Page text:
Streaming & Promotions

Some Ruminations and a Recommendation…

“It seems to me that older musicians can’t legitimately complain about the musical tastes of younger generations while simultaneously refusing to engage those younger generations on their preferred platforms.”

– Warren Russell (That’s right, I said it. I’m quoting myself. LOL)

I have a lot of musician friends and acquaintances that have significant fan bases but minimal Spotify presence that will heartily complain about the younger generation’s musical preferences – and rightly so IMO – but in effect do next to nothing as far as trying to offer that younger generation a viable alternative. In fact I know quite a few that seem to passive-aggressively sabotage their digital presence on these streaming platforms or even actively discourage streaming of their catalogs on those platforms. I am not here to discuss the relative merits of streaming, however; I’m here to talk about promotional things.

Let’s be frank here, there’s no “Quicksilver Night” as a live performance band – although some modicum of success might develop an ad hoc touring ensemble it most likely won’t – and Quicksilver Night as such is a really just a recording project, a creative outlet for me. There are no live performances; there’s no merchandise table; there aren’t any meet-and-greets. I am also essentially my own label so while it’s true that I don’t have to answer to anyone at a label I am also handicapped when it comes to support for logistics, marketing and promotions. Where to turn?

I had some minor success getting a couple of songs onto some Spotify playlists late 2018 and early 2019 but it wasn’t until February when I decided to try out another promotional service, Parkbench 13, whose introductory package netted me a few thousand spins of “Symmetry”. While this increase in streams is financially negligible the concomitant increase in followers from 45 to 354 was a welcome change for the better because that meant that those followers would now be informed whenever Quicksilver Night releases new music and, more importantly, I raised my digital profile at Spotify and made the algorithm take notice, so to speak. I peaked at 4,093 monthly listeners on March 1st and slowly subsided back to 30 to 40 monthly listeners after that.

As the impending release date for the “Presque Vu” mini EP approached I decided to employ Parkbench 13 again and after exchanging emails and phone calls with a dedicated representative – a very knowledgeable, articulate, and straightforward representative – I went ahead and pulled the metaphorical trigger on a promotions package from them that offered to send my music “to over 300 Spotify curators” with their stated goals “to get placements in 5-10 active playlists with a total following of over 50,000 users” and also claiming they’d also promote my song “to a network of approximately 200,000 Spotify and Apple Music users.” The email concluded with “Our goal is to hit over 20,000 streams, 15,000 new monthly listeners and a minimum 1000 new followers.” (I am well-aware that 20K streams at $.005/stream is only $100; I was looking at this as an investment in gaining audience. Hopefully some of those will decide to stream other songs of mine and more than once, right? But I digress…) Friday March 3rd was the official release date of the “Presque Vu” mini EP. I began with 34 monthly listeners and 357 followers and by May 10th, a week after release, I was at 9,113 monthly listeners and 2,893 followers with over 13K total streams of the “Presque Vu” mini EP.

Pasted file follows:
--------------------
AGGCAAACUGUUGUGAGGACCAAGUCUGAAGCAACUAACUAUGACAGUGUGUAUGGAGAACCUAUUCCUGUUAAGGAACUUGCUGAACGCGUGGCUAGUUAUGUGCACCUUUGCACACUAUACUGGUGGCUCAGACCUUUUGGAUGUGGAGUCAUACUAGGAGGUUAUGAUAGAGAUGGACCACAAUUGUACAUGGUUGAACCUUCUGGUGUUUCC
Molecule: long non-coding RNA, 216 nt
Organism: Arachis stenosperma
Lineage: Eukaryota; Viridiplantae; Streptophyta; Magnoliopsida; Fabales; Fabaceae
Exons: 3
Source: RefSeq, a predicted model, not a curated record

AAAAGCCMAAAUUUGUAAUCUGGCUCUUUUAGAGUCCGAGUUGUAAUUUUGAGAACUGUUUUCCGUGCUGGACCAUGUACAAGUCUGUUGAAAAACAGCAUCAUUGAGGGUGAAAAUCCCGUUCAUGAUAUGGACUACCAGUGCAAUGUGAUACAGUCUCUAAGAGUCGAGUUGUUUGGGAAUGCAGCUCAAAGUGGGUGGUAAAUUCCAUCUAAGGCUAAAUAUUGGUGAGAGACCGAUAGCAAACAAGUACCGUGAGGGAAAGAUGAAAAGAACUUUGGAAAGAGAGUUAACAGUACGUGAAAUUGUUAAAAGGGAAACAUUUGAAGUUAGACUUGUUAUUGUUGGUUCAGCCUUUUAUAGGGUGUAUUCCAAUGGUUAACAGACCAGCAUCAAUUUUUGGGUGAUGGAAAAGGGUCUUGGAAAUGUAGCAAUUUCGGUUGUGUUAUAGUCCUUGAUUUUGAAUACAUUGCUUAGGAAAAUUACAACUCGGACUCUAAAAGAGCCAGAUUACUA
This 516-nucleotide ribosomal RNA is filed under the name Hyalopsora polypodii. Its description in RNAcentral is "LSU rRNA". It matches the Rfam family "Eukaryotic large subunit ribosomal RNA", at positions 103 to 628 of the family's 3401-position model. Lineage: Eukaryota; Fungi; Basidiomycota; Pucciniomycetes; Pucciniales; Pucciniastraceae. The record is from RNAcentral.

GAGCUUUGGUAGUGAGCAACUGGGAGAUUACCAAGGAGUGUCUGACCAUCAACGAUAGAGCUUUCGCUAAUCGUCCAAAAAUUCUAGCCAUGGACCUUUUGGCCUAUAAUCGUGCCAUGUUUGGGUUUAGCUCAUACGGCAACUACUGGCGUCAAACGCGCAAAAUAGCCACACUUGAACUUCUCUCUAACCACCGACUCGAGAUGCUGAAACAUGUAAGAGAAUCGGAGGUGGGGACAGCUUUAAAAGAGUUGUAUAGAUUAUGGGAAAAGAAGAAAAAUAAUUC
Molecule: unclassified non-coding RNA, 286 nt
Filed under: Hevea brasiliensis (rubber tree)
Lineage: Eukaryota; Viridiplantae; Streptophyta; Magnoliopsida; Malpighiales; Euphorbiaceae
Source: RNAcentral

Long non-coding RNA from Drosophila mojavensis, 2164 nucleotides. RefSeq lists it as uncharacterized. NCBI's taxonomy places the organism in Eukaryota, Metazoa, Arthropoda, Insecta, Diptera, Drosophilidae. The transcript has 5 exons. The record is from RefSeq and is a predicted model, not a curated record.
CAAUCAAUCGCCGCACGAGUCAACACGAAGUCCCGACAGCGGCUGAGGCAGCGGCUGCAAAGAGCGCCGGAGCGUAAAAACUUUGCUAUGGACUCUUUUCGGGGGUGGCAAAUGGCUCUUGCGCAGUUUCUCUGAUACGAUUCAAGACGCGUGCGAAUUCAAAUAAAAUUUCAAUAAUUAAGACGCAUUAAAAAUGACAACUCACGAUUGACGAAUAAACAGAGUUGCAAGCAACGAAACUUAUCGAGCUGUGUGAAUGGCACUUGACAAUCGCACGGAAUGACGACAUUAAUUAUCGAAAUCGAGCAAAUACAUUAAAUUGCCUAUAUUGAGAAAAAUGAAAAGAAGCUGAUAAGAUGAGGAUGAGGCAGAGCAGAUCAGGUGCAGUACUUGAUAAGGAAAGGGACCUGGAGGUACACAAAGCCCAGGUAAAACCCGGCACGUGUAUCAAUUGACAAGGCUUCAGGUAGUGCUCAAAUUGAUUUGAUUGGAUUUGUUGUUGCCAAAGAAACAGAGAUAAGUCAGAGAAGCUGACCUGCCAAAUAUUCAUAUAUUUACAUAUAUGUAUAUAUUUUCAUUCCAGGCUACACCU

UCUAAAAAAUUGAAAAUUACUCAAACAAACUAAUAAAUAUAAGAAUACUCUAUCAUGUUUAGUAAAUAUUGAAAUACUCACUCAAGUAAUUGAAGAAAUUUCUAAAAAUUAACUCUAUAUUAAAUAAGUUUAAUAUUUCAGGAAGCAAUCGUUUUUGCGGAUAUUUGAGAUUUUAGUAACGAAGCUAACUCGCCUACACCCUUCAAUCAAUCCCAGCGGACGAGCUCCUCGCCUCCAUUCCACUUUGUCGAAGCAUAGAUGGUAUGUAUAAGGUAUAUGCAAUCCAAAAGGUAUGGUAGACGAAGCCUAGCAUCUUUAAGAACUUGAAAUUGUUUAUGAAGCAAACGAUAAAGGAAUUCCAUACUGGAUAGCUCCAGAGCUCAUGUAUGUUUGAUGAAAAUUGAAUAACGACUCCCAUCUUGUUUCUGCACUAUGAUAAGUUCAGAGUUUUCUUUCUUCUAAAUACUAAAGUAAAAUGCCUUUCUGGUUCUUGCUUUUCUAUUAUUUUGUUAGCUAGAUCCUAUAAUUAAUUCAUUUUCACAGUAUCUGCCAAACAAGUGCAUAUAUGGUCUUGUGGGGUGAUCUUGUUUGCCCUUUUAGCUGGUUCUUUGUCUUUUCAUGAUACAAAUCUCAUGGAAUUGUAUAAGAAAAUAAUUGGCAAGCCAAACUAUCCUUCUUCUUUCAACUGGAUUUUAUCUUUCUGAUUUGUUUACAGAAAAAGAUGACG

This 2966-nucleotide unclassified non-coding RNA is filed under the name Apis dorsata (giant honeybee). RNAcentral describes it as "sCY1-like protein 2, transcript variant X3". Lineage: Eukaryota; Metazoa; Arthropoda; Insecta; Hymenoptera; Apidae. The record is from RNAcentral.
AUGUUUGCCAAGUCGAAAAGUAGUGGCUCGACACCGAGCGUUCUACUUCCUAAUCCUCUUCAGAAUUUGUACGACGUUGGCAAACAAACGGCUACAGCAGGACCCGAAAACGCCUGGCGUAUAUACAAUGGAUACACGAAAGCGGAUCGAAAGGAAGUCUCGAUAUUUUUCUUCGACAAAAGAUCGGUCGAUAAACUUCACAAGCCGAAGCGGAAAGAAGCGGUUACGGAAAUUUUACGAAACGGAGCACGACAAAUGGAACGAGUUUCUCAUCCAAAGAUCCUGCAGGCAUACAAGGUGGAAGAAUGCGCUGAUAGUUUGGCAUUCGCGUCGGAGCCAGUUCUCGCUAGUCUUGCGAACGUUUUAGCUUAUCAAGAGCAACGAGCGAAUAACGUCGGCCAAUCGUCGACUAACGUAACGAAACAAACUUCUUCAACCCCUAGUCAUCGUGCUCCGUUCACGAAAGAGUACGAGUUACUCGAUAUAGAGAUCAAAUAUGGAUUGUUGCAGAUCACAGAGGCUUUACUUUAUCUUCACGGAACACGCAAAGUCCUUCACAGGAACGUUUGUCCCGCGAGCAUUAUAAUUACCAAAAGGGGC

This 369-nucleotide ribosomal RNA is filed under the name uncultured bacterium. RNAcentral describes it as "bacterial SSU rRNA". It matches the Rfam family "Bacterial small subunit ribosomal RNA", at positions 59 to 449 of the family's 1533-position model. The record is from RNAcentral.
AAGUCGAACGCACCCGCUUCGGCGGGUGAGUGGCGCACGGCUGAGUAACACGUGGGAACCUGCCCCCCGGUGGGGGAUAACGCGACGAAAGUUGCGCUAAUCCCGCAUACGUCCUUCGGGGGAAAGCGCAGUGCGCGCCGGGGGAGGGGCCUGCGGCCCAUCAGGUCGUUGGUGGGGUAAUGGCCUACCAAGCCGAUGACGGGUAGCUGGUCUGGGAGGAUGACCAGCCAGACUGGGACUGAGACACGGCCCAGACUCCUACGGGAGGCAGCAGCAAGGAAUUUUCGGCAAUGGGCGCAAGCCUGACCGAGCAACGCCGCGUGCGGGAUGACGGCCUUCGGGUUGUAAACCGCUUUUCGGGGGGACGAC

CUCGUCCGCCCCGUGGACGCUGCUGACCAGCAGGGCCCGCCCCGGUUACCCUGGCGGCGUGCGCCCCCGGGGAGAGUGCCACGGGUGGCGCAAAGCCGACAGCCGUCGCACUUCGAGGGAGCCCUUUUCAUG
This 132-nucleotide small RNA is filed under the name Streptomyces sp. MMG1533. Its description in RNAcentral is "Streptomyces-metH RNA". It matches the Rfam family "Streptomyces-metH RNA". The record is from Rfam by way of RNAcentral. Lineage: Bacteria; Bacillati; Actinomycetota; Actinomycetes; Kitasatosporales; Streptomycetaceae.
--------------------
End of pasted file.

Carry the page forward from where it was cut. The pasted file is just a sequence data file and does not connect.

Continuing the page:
I broke 10K monthly listeners on May 12 and 20k streams of the “Presque Vu” mini EP the next day (with 12.5K streams of the song “October Skies” alone), ten days into what the representative at Parkbench 13 told me would be a “four to six week” campaign. It’s May 17 as I type this sentence, two weeks after its release; I woke to 23,103 monthly listeners, 3,517 followers, and nearly 58K cumulative streams of the “Presque Vu” trio of songs this morning. I’ve every expectation of a continuing rise over the next few weeks and although I’m sure the curve will further flatten – I know the current level isn’t sustainable – I am immensely pleased.

Interestingly, I’ve seen nearly nothing in terms of traction at Apple Music or iTunes and when I asked about this I got a straightforward reply, a rare thing: “Because of the blended and somewhat unique genre of the music our initial response from Apple Music has been unenthusiastic.  We believe that it is best to focus on Spotify promotion because the Playlists seem to be more receptive.” There you have it, unequivocal and helpful to boot; I can easily live with a statement that basically validates some level of originality in my music while telling me in no uncertain terms that I should invest my promotional energies elsewhere than Apple. I should probably make a point of adding here that earlier in the campaign Parkbench 13 provided me with spreadsheets that contained contact information for numerous music blogs and playlisters that only accept submissions directly from the artist. I just sent out emails to some of those to those yesterday and I have just begun fielding responses, too early in the process for me to be able to comment intelligently but I am encouraged by the initial reception.

In summary then I suppose I’ll say that as far as I’m concerned the folks at Parkbench 13 have been extremely useful to me in increasing my digital profile and if this is something that is of interest to you as an independent musician then I suggest you check them out as well. Start at